Divorce Tips - Men's Divorce Law

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Divorce Tips

Divorce Tips

Getting divorced? Here are some true stories of divorce from the book “You Can Keep the Damn China! And 824 Other Great Tips on Dealing with Divorce” (Hundreds of Heads Books, http://www.hundredsofheads.com/, $13.95), straight from people who’ve lived it:

As the song goes, “Regrets, I’ve had a few . . .” However, as I look back I don’t think I’d change a thing. As totally incompatible as we were, we sent four very wonderful compositions of DNA down the pike toward eternity. We had four great children!

-Bill Strain, Kerrville, Texas; married 21 years, divorced 35 years

Divorce sucks, but it beats the alternative of staying unhappy in an unfulfilling or unhealthy marriage.

-Anonymous, Indianapolis, Ind.; married 10 years, divorced eight years

I have noticed a tremendous change in myself since the divorce. I am now an outgoing, happy person who deals with any and all difficult issues in a positive, head-on manner. How I moved on after our divorce was to not continue to be a victim. I sought some therapy for the children and myself, and I went back to work after being a stay-at-home mom for 10 years. I also pursued my modeling career after being told for many of those 10 years how ugly, fat and stupid I was. To date, all has proven to be successful for me and the children.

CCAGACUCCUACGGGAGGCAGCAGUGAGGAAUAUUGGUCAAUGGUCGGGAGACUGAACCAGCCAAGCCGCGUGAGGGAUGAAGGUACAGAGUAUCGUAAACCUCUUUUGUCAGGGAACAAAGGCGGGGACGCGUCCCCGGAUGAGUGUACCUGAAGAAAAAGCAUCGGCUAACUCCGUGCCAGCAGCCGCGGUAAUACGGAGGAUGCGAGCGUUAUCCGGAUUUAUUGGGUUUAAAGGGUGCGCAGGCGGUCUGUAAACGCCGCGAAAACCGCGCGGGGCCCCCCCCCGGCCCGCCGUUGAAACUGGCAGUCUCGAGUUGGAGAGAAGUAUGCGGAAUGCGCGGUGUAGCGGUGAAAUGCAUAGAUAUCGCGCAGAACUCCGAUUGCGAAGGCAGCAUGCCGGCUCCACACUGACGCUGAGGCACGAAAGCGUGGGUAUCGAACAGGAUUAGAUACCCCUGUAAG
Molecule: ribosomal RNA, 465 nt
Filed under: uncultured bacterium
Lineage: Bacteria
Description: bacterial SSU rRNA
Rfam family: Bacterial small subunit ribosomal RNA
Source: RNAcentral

-Anonymous, Indianapolis, Ind.; married 10 years, divorced eight years

Even though divorce can be painful, try to see the blessing in it. You were obviously not married to the most compatible person for you, or to the person with whom you can live your happiest life. Now you have a chance, and the power, to find the person that is your best fit. Some people stay unhappily married for the rest of their lives because they are too afraid to end it. Not you. You had the courage to give yourself a second chance and a new beginning. Enjoy it.

-Liz, New York City, married one year, divorced one year

Very often when a family has to watch a loved one suffer a terminal illness for an extended duration, when the loved one dies there is a sense of relief and gladness that the suffering is over, and so it is with my marriage-its death was inevitable, but my life will go on. Holding on to the past is detrimental. When you’re driving, how much time is spent looking ahead, and how much time is spent looking in the rearview mirror? It’s impossible to move forward the best we can while we are so busy looking behind.

-Walter Mcmahan, Austin, Texas; married 13 years, divorced one year

Hundreds of Heads Books’ survival guides offer the wisdom of the masses by assembling the experiences and advice of hundreds of people who have gone through life’s biggest challenges and have insight to share. Visit www.hundredsofheads.com to share your advice or get more information.

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